Believing that surgical mortality rates in VA hospitals were above the national (private sector) rates, in the mid-1980s Congress passed Public Law 99-166 which mandated that VA report its surgical outcomes on an annual basis. However, in order to report on and improve surgical care, VA first had to measure the quality of that care. In response, VA’s Health Services Research and Development Service (HSR&D), the Office of Quality Management, and Patient Care Services worked collaboratively to develop the National Surgical Quality Improvement Program (NSQIP) – a system for collecting, analyzing, and reporting patient risk factors and post-surgical outcomes. NSQIP is based on 135 variables collected preoperatively and up to 30 days postoperatively, including demographics, surgical profile, and preoperative, intraoperative, and postoperative data.
With the implementation of NSQIP came a steady decrease in both risk-adjusted and actual mortality rates tracked annually in VA. From 1991 through 2001, NSQIP resulted in:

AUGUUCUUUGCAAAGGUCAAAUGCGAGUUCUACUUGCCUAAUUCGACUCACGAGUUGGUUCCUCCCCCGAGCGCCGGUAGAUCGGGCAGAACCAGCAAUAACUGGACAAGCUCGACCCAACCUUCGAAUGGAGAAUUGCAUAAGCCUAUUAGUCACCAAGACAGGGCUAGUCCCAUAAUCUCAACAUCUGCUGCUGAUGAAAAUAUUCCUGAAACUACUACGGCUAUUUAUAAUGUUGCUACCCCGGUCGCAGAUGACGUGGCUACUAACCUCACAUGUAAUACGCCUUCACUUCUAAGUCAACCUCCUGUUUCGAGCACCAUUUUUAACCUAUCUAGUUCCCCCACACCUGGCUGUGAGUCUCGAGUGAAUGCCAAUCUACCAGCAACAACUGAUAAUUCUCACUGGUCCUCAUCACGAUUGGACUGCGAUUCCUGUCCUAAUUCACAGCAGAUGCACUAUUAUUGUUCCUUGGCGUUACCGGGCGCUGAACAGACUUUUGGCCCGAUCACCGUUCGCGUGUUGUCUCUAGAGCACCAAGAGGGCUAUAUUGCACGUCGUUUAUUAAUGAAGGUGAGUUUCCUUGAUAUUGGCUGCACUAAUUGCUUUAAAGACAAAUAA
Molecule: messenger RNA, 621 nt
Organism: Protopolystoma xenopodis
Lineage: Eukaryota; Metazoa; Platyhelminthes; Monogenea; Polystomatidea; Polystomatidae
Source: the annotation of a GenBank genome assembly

In addition, the number of Veterans undergoing major surgery who experienced post-operative complications decreased from 18% to 10%.1
Given these results, in 2001, the American College of Surgeons (ACS) began to take an active interest in the NSQIP and its results in reducing surgical mortality and morbidity rates. In collaboration with VA, the ACS expanded the NSQIP into the private sector. As a result, each participating private sector NSQIP hospital was shown to eliminate an average of 250 postoperative complications and 12 to 27 surgical deaths per year.2 In October 2002, this led the Institute of Medicine report “Leadership by Example” to name the NSQIP the “best in the nation” for measuring and reporting surgical quality and outcomes.
In 2009, the Cardiac Specialty program (Continuous Improvement in Cardiac Surgery Program - CICSP) was merged with NSQIP for a comprehensive all-specialty surgical database, VASQIP – the VA Surgical Quality Improvement Program. VASQIP continuously collects clinically rich data from all VA institutions where major surgery is performed, including information on post-operative morbidity and mortality. A recent study used VASQIP data to examine post-operative outcomes for 704,901 Veterans who underwent inpatient general, vascular, thoracic, genitourinary, neurosurgical, orthopedic, or spine surgery from FY2000 through FY2014 at 143 VA hospitals. Over the 15 years of the study, results showed that there have been decreases of 25%, 54%, and 41% in morbidity, mortality, and failure to rescue (respectively), with an ~40%-50% decrease in the odds of post-operative adverse events. Notably, these improvements have occurred VA-wide and not only at the best-performing VA hospitals.3